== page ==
Time to peak velocity was the only measure which consistently did not show age group differences nor related to age by both the ANOVA and regression analyses. Similar results were demonstrated by the two methods of analysis, with the regression showing the correlation, while the ANOVA localized where the changes occurred between the age groups.


This study showed that age influenced the velocity in which asymptomatic individuals could move their neck, specifically in elders over 60 years of age. A significantly slower motion was demonstrated in all movement directions in the elderly group when compared to the younger asymptomatic individuals. Velocity of motion showed the most powerful age-group differences, followed by smoothness of fast neck motion (represented by NVP), unlike the symmetry of velocity profile (represented by TTP) which did not demonstrate any agegroups differences or association to age.

The strong association with age found for speed of movement (mean and peak velocity), and smoothness (NVP) rather than symmetry of velocity profile (TTP) strengthens the value of these fast neck motion measures. Previous studies supported the reliability and sensitivity of cervical motion velocity and have highlighted velocity as the most valuable diagnostic factor [12,13]. As such, it seems that fast neck motion measures should be applied in clinical assessment and therapeutic methods addressing this factor should be investigated for clinical management. However, the results of the current study suggest that age related decline should be accounted for when assessing this in elders who have neck pain.

These findings seem to be in line with some other age related changes related to the cervical spine as well as various aspects of physiological, biological and anatomical aging processes. Such age related changes may include degenerative changes in the intervertebral discs, the facet joints, and calcifications that may be asymptomatic. Consistent evidence has shown that cervical ROM reduces with age, mostly showing a gradual reduction each decade [16-20]. This study did not evaluate range of motion, which limits the direct comparison to existing ROM studies. However, the current findings demonstrated a decline in fast neck motion specifically in elders and seem to be complimentary to the previous ROM findings. The results are also similar to those investigating age related changes in some but not other impairments associated with neck pain [25-27]. For example, increased joint repositioning error, reflecting reduced cervical proprioceptive ability was found in older subjects (mean age=68 years) as compared to younger ones (mean age=23 years) [28] and also across different ages (20-93 years) [29]. In contrast, one recent study showed no relationship between age and proprioception [25,30] and another found no relationship between age and neuromotor control of the cervical flexor muscles tested using the cranio-cervical flexion test (CCFT) in asymptomatic adults [31].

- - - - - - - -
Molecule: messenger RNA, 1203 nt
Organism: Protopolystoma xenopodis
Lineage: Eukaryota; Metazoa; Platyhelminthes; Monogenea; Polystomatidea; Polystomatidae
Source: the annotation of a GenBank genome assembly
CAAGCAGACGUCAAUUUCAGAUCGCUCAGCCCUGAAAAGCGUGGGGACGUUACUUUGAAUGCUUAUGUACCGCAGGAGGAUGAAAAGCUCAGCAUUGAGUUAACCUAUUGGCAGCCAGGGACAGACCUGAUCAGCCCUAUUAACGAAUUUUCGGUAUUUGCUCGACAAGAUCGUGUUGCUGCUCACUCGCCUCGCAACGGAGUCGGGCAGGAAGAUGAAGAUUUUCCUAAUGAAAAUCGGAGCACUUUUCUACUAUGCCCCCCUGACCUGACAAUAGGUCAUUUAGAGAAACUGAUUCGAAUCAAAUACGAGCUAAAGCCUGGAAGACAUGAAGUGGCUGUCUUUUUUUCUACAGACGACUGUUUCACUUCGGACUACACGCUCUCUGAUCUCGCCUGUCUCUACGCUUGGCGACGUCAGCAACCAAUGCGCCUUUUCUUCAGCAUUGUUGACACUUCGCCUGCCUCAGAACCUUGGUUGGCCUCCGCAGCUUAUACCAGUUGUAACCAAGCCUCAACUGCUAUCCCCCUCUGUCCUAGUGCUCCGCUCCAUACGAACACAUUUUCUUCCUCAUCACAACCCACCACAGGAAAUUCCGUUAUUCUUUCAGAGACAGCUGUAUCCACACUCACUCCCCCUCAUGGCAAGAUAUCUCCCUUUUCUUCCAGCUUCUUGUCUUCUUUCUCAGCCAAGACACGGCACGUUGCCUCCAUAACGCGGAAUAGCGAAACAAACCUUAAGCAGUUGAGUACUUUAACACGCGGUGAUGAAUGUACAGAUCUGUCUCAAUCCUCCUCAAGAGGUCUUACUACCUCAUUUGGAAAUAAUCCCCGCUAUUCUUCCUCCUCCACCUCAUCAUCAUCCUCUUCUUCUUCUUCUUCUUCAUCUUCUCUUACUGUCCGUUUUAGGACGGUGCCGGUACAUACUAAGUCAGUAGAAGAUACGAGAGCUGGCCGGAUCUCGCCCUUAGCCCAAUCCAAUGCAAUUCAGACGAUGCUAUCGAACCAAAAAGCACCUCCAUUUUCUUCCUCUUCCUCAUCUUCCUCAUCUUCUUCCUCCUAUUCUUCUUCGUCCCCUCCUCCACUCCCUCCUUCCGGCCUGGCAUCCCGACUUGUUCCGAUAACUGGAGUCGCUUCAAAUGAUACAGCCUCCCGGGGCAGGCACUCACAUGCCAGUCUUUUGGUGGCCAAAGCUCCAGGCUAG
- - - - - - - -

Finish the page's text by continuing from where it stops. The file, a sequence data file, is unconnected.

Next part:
Nevertheless, increasing age is accompanied with a decline in balance, probably due to normative changes in vestibular, visual and neuromuscular function [32]. Accordingly, greater disturbances in healthy elders when compared to younger individuals have been seen in postural control and gait [33,34]. In addition, aging has been associated with increased muscle fatigue that could potentially alter kinematics of reactive postural control movements [35]. These features of altered fast neck motion, proprioception, muscle function and balance have all been identified as associated impairments in neck pain [6-8,36,37] primarily in younger to middle aged groups with both idiopathic and whiplash associated neck pain [38-41].

A few limitations were identified in this study. Neck movement as assessed using the VR system did not allow measurements of side flexion motion. This compromise appears to be minor as side flexion seems a less functional neck movement, but rather more an associated movement.

This current study was limited to asymptomatic individuals and further research is now needed in symptomatic individuals in matching ages, for comparison.

As neck pain’s prevalence peaks in middle age [1], it would be beneficial to compare mid-age patients with neck pain to both younger and older patients. Interestingly, other studies that have compared cervical impairments in elders with and without neck pain, found that elders with neck pain had greater sensorimotor impairments [42,43] suggesting that the neck pain causes changes above and beyond the normal ageing process. Future research is now required to compare fast cervical motion in elders with and without neck pain.

Until then, the clinical implication of the presented results is that when an individual over 60 years of age is presenting with slow cervical motion, it is probably partly due to aging and possibly presence of neck pain could worsen his performance. This age-related change should be taken into account in the management and expected level of neck motion performance.

Conflict of Interest



No funding was provided for the current research


We would like to thank Dr. Elliot Sprecher for his highly professional statistical advice and support.